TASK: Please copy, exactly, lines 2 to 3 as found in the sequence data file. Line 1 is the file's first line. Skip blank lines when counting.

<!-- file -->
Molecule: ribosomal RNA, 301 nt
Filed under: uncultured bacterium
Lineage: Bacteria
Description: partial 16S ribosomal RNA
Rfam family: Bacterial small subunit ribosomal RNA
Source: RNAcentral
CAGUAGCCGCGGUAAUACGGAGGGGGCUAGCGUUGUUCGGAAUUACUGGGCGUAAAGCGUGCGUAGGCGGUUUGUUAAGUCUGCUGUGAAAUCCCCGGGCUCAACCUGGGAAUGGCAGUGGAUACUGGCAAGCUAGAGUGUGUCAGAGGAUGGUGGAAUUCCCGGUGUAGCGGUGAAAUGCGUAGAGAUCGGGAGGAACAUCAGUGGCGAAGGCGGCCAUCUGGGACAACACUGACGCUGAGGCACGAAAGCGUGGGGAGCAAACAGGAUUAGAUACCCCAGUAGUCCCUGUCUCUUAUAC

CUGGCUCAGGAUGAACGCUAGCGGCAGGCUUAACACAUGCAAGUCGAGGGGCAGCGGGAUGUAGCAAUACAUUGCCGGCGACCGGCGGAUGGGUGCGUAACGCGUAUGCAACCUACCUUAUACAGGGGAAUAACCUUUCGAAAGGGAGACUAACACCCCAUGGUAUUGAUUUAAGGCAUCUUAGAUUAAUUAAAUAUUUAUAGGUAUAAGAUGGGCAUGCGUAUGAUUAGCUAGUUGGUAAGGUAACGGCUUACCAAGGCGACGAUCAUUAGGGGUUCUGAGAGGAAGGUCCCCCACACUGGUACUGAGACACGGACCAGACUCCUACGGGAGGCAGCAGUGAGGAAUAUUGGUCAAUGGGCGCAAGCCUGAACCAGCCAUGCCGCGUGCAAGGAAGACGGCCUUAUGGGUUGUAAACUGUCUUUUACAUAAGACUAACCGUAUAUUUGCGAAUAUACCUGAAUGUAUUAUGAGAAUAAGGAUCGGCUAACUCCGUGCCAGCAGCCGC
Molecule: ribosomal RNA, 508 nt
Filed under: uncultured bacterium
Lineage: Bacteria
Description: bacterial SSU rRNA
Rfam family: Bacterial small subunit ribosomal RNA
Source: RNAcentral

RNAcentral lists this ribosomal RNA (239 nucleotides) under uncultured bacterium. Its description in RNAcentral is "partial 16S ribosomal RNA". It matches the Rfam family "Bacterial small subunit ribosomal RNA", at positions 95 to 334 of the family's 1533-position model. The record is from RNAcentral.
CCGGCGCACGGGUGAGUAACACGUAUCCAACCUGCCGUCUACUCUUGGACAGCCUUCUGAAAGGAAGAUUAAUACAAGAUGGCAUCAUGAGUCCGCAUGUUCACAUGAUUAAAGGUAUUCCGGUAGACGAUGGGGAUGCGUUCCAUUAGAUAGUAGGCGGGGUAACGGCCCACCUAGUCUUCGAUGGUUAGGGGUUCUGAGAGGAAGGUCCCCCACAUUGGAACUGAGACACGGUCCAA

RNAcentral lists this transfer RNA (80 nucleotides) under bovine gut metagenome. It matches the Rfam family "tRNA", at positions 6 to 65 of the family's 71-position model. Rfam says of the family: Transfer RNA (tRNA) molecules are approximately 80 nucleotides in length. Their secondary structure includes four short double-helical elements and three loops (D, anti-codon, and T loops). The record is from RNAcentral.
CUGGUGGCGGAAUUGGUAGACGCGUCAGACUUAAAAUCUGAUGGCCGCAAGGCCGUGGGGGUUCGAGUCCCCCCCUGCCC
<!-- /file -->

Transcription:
Filed under: uncultured bacterium
Lineage: Bacteria